On March 25th, I flew out of Amsterdam on my first visit back home to South Africa for nearly six years. According to my passport, the last time I was there was in June 2008. I remember it because it was in winter, but the sunshine is even more enduring at that time of year there and I was staying in Postmasburg, a small town in the southern Kalahari. You can read my blog about it here.
|Moi looking at things at a country market|
This time, I knew I would only be staying in Johannesburg, the city that was my home for more than ten years of my life in South Africa. My purpose in going was not for a holiday as such, but to visit my dearest friend ever, Moira. You can read a bit more about our long-standing friendship on a blog post I wrote about her fiftieth birthday in 2007 (yes, I have been blogging that long!). Without going into details, life's been uphill for my friend in the last two years, so I really wanted to spend some time with her.
It was a wonderful reunion. Moi and I will always just pick up where we have left off, and we spent our time talking, drinking wine, sitting in the sunshine, walking, drinking more wine and catching up as only friends who've been through the mill together can do. It was just wonderful.
|Sitting in the sunshine at an outdoor cafe - there is no |
|Moira's lovely garden - just four months growth from new|
|Saffron, her lovely and very old Siamese cat|
That said, the visit also gave me a chance to observe some of the changes that have taken place in the country since I was last there. Things have changed, and changed big time. Johannesburg has mushroomed beyond belief. There are suburbs with large housing estates in places where I used to drive on dirt roads through open scrubland. My old landmarks have disappeared and it is easy to get lost in this huge sprawling city. Sadly, most of these housing developments are more like compounds. They all sit behind high walls topped with electric fencing. As my friend says, people who have nothing will steal because they have nothing, but you still have to try and prevent crime.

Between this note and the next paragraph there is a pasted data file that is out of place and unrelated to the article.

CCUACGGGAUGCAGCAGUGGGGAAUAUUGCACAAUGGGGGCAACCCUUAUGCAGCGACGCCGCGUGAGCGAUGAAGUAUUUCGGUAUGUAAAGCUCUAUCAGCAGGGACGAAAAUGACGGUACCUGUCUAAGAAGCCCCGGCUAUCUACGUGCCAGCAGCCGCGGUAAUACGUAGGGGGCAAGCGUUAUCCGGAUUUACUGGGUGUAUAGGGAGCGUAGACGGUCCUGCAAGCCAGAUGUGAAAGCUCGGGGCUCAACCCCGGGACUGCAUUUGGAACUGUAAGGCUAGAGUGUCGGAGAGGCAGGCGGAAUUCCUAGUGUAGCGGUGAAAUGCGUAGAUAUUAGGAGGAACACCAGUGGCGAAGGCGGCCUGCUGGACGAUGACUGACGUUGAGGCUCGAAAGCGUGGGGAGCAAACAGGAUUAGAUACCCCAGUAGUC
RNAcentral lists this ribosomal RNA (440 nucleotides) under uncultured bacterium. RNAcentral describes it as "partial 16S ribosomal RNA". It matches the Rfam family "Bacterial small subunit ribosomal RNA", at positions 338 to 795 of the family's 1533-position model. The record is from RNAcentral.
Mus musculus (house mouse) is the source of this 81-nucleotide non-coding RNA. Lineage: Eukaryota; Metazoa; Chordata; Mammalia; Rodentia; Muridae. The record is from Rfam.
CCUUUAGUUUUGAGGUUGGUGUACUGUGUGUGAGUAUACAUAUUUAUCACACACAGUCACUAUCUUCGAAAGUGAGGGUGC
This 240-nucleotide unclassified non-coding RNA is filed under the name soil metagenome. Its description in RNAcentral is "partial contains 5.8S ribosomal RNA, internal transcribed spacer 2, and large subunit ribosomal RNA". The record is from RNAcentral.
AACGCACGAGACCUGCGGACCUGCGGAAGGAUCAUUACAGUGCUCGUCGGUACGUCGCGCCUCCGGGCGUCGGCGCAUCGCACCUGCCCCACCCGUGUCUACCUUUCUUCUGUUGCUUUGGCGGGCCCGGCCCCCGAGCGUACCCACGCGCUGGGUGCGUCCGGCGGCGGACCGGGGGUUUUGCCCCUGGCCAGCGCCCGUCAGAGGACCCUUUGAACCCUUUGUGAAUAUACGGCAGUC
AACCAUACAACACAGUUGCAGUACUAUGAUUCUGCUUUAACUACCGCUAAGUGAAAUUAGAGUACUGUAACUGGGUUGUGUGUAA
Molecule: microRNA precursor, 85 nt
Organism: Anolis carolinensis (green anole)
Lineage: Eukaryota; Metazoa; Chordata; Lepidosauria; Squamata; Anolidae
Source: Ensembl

On that note, there are still huge numbers of people living in abject poverty in South Africa. However, things are better for many of them. There are large estates of what are in effect council houses - small low cost homes built from brick, and all with their own piece of ground. Most of these come fitted with solar water heaters too - an amazing sight as they are erected on the rooves of of these houses.
|Solar water heaters - image taken from the net|
The problem in South Africa is that it has had a tremendous economic boom in recent years, in some part due to the World Cup. I know, it sounds strange to think that such a boom would be a problem, but the improvements for the many and the increasing integration of society have attracted vast numbers of immigrants from neighbouring countries such as Zimbabwe and Mozambique. This has meant that although the suburbs and homes for South Africans themselves have been substantially upgraded, the dreadful squatter camps that marked the years of apartheid have not gone. If anything, they have grown, but now they are populated largely with immigrant families. This situation created severe tensions a few years ago with riots and xenophobic conflict. It is still an issue today and the immigrants live and work in awful conditions as well as fear of reprisals for taking locals' jobs.
Despite this persisting gap between affluent and poor, it was good to see the increased level of integration throughout the city and to know that there is at least a minimum wage for those in proper employment. Conversely, I was shocked by the spiralling prices. Seven years ago, I sold my last little corner of Africa for a hundred and forty thousand Rand (in those days, this was about fourteen thousand euros). These days, that same house would cost around eight hundred thousand Rands, or fifty four thousand euros. That's one heck of a leap up in prices. I only hope there are enough people now earning this kind of money to be able to afford a mortgage of that amount. At 10% interest, it must stretch them to the limit.
|My last corner of Africa|